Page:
What side do you want?
Damphewmore Acres, Kan.
Funny things happen at the drive-thru line at fast food franchises. This one happened to a good friend of ours, Dawn T. Cook, who stopped at a Kentucky Fried Chicken establishment in Emporia to purchase some chicken meals for her grandchildren because she had too much on her plate (pun intended) to take the time to prepare a home-cooked meal.
So, she drove up to the local KFC’s drive-thru window and ordered: “Four kids’ meals and make sure each order has a chicken leg in it.”
The kid taking the order replied, “Thanks, ma’am. Which side do you want?”
Confused by the question, Dawn replied emphatically, “Why does it matter which side, left or right? It’s all chicken.”
The kid inside let out a hearty chuckle, “Which side DISH do you want? Mashed potatoes or cole slaw?”
Slightly embarrassed, Dawn apologized, paid for her meal, and skedaddled the premises. She should have kept the story to herself, but she didn’t. I heard about it. Now lots of folks can have a chuckle at her expense.
Last week, I cataloged the route Nevah and I took to Owensboro, Ky. But, I failed to give a crop report. The crops are very spotty through eastern Kansas and all of central Missouri. They still show after effects of all the early rains and flooding.
But, the Mississippi River flood-plain crops are excellent, as are all the corn and soybeans growing in southern Illinois and northwestern Kentucky. Some of the corn had already been shelled and some of the soybean fields had shed all their leaves. Crops that we saw growing I’d give a A-plus grade if they don’t get damaged before harvest.
I read that so-called journalists on the east coast — better described as fake-news clowns — are asking folks like you and me to “confess” to things we do that supposedly exacerbate global warming and tell what we are going to do to change our bad global habits.
Okay, I’ll take the bait. I’m sitting in my imaginary climate change confessional booth and I say to my global confessor:
“I confess to have sinned against climate change by eating too many beef steaks. I will try to change the bad results of that habit by eating them more rare. That will save on propane fuel consumption, which warms the globe.”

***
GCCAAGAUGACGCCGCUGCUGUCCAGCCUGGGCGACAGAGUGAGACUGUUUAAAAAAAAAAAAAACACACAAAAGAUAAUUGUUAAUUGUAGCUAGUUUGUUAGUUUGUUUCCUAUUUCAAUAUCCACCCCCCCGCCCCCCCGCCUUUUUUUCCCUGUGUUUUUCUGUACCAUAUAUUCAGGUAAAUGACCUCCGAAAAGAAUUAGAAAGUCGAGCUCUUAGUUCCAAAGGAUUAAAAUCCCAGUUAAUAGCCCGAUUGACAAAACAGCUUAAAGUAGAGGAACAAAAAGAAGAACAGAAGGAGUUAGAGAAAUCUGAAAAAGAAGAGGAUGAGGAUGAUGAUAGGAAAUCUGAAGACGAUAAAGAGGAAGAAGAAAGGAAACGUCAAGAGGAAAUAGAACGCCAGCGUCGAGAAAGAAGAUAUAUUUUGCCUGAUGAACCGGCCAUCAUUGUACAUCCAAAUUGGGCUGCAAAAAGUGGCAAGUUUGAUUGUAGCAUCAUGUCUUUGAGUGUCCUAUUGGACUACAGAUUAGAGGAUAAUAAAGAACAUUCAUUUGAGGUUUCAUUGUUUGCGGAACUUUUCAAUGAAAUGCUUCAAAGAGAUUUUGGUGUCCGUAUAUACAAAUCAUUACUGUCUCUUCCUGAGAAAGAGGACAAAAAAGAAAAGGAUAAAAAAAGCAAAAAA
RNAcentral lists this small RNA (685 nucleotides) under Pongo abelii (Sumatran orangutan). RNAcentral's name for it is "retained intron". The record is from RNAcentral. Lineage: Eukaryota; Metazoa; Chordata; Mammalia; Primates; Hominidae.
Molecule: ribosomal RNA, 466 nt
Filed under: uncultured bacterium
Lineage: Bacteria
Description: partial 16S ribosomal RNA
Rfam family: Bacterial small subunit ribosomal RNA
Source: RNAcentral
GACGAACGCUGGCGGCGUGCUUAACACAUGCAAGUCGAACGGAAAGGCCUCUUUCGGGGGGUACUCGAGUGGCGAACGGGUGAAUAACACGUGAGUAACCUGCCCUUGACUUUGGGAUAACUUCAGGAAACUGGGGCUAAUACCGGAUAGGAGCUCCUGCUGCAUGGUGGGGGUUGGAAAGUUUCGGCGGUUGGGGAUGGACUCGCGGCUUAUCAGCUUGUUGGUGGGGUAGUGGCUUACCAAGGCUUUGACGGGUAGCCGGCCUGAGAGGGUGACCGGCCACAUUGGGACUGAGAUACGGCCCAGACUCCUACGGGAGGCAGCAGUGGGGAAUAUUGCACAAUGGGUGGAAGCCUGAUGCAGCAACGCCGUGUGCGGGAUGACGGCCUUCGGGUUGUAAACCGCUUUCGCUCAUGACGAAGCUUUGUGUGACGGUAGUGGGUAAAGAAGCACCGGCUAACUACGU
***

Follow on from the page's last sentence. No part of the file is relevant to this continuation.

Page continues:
“I confess to keeping my home thermostat at the comfortable temperature of 76 degrees year around. I will try to change that bad habit by raising the thermostat to 77 degrees in winter and lowering it to 75 degrees in summer. I also will try to purchase another all-natural fiber wool shirt to wear in winter.”
“I confess to using a gas guzzling pickup truck as my prime mode of transportation because it is reliable on rough, bumpy, rural gravel roads as compared to the unreliability of electric battery fueled trucks. I will try to change the harmful effects of my personal transportation by using 100% ethanol-blend gasoline and by driving one mile per hour slower.”
“I promise not to fly anywhere anymore because I hate being patted down like a terrorist. My action will save an immense amount of jet fuel and perhaps lead to the elimination of one ‘patting down’ job by the federal government.”
“I confess to mowing my lawn too often which is wasteful of petroleum-based fuel. I hereby pledge to let the grass and weeds in my lawn grow 1/2-inch taller before I fire up the lawnmower.”
I figger if I do all the above things to slow down global warming, I’ll have done more than most of the “climate complainers” on either coast.
Here’s a funny emailed to me recently: An upstanding, frugal elderly farmer suffered a serious heart attack while shopping in the local farm supply store. The alarmed store clerks called 911 when they saw him collapse to the floor.
The paramedics arrived and rushed the man to the nearest hospital where he had successful emergency open heart bypass surgery. He awakened from the surgery to find himself in the care of nuns at the Catholic Hospital where he was taken.
A pleasant nun was seated next to his bed holding a clip board loaded with several forms, and a pen. She asked him how he was going to pay for his treatment. “Do you have health insurance?” she asked.
He replied in a raspy voice, “No health insurance.”
The nun then asked, “Do you have money in the bank?”
He replied raggedly, “Very little bank money. Bad crops. Exports down.”
“Do you have a relative who could help you with the payments?” asked the increasingly irritated nun.
He said, “I only have a spinster sister, and she is a nun.”
The nun became agitated and announced loudly, “Nuns are not spinsters!
Nuns are married to God.”
The patient replied, “Perfect. Send the bill to my brother-in-law.”
Words of wisdom for the week: “When I reach retirement age, I hope to be a retired lottery winner.” Have a good ‘un. ❖